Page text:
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The Blue Cross Blue Shield Association has released data showing evidence that women of color are at higher risk of pregnancy-related complications, regardless of having commercial health insurance or Medicaid.
Instead, the numbers indicate U.S. maternal health disparities are likely the result of broader health system and societal challenges, including underlying chronic conditions, racial inequities, and likely biases within the healthcare system itself.
Pregnancy-related complications have worsened 9% since 2018, with a marked increase during the COVID-19 pandemic, with some women of color at nearly 70% higher risk of pregnancy-related complications than white women.
The study, Racial and Ethnic Disparities in Maternal Health, examined the rate of childbirth complications in nearly 11 million U.S. births to women with either commercial insurance or Medicaid as measured by the Centers for Disease Control and Prevention’s Severe Maternal Morbidity Measure (SMM).
WHAT’S THE IMPACT
The analysis found Black, Latina and Asian women have higher rates of SMM than white women, regardless of age or type of health insurance. Preexisting health conditions, such as hypertension, diabetes or asthma going into delivery, strongly correlate with higher SMM and worse pregnancy complications, increasing the likelihood of a risky delivery or challenges postpartum.
While across all populations women ages 35-44 were identified as most likely to have an SMM event, Black women in this age range have a 66% higher rate of SMM and are more likely to suffer pregnancy-related complications than white women, the data showed.
Dr. Adam Myers, senior vice president and chief clinical transformation officer for BCBSA, said disparities are largely caused by implicit bias and systemic racism in healthcare – deep-rooted issues that need to be addressed.
“To achieve better outcomes, we need to make sure care before pregnancy is easily accessible and equitable for all women, in addition to robust prenatal care, and ongoing postpartum care to ensure the safety of future pregnancies,” said Myers.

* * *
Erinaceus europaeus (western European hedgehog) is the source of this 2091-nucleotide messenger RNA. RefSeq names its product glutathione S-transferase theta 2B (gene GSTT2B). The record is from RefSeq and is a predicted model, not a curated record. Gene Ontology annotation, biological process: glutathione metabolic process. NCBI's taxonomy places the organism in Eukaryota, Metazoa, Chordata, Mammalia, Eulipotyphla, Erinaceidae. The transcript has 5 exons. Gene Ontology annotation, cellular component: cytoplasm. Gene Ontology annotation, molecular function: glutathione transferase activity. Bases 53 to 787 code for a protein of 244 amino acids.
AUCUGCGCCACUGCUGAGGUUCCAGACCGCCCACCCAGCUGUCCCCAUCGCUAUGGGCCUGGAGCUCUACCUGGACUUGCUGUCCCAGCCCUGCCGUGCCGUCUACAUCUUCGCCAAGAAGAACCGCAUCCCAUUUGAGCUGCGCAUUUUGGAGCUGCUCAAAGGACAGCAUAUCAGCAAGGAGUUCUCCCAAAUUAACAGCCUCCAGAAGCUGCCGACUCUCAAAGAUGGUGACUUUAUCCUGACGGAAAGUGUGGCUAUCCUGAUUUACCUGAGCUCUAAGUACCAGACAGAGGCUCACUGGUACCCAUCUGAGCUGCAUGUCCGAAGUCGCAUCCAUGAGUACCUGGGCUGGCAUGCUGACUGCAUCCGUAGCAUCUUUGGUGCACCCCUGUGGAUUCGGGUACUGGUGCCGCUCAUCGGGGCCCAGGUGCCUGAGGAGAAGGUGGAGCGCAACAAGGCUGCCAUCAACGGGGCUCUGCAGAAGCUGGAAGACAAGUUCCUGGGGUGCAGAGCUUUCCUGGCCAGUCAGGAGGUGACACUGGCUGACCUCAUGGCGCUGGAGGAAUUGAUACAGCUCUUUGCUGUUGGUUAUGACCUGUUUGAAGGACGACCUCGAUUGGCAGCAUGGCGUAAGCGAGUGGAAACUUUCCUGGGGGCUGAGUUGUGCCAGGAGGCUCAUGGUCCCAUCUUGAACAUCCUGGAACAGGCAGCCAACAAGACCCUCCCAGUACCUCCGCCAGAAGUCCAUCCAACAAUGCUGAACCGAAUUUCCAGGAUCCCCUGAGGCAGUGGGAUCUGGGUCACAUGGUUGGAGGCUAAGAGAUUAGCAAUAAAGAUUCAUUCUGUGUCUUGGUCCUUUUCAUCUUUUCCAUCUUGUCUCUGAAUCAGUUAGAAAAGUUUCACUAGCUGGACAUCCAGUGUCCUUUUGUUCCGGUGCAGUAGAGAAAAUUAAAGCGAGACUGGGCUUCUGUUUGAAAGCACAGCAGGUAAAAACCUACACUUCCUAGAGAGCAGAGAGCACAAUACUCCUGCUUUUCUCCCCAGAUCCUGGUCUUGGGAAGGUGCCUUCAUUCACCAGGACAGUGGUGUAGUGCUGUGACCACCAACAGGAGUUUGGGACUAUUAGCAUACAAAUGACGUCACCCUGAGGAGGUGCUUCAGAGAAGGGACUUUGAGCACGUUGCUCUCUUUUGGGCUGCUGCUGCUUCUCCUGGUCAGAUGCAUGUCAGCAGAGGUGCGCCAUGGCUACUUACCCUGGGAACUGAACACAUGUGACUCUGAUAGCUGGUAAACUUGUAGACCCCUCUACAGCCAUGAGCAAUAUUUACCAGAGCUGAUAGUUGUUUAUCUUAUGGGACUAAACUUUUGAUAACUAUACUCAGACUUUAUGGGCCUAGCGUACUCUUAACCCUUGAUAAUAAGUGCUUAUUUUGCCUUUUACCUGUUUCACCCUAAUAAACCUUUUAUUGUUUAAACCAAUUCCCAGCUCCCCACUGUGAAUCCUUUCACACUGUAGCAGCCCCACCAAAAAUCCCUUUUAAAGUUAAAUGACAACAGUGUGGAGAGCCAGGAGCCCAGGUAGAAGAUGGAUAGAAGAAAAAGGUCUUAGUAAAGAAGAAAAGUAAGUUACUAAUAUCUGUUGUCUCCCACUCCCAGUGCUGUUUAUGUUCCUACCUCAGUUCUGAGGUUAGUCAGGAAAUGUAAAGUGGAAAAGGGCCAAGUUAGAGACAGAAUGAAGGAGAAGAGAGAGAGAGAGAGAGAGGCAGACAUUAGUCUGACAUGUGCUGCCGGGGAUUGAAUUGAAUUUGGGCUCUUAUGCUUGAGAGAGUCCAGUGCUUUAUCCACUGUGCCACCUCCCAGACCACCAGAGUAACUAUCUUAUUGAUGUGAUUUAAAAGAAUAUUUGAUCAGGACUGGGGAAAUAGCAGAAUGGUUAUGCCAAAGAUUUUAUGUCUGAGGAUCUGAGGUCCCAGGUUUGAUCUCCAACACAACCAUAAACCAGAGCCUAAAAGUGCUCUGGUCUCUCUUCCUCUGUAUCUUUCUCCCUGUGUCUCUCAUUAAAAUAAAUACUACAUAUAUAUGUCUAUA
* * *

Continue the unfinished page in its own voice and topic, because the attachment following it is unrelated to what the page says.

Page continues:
BCBSA is attempting to make strides in this regard, launching its National Health Equity Strategy last year. The strategy lays out a plan to reduce racial disparities in maternal health by 50% over five years.
Among the components of this strategy: working with lawmakers to strengthen and scale policies that make care more equitable; creating incentives and trainings for providers to offer care that is sensitive and remove unconscious bias; addressing social drivers of health, focusing on root causes; and collaborating with industry partners to standardize data collection and analysis to better understand care gaps and create interventions that will address them.
BCBSA also developed a list of 10 actions organizations can adopt to improve maternal health and make a measurable difference in health disparities.
THE LARGER TREND
The federal government is also making a push to address racial and ethnic disparities. In late August, the Department of Health and Human Services, through the Health Resources and Services Administration, announced investments of more than $20 million to reduce disparities in maternal and birth outcomes.
The funding will help expand and diversify the workforce caring for pregnant and postpartum individuals, increase access to obstetrics care in rural communities and support states in tackling inequities in maternal and infant health.
Black women are three times more likely to die from a pregnancy-related cause in this country than white women, according to HRSA Administrator Carole Johnson.
These investments are part of the implementation of the White House Blueprint for Addressing the Maternal Health Crisis released in June.
In November 2021, HHS announced that more than 200 hospitals signed on to a new program, Perinatal Improvement Collaborative, a contract with Premier. The program evaluates how pregnancy affects overall population health by linking inpatient data of newborns to their mothers.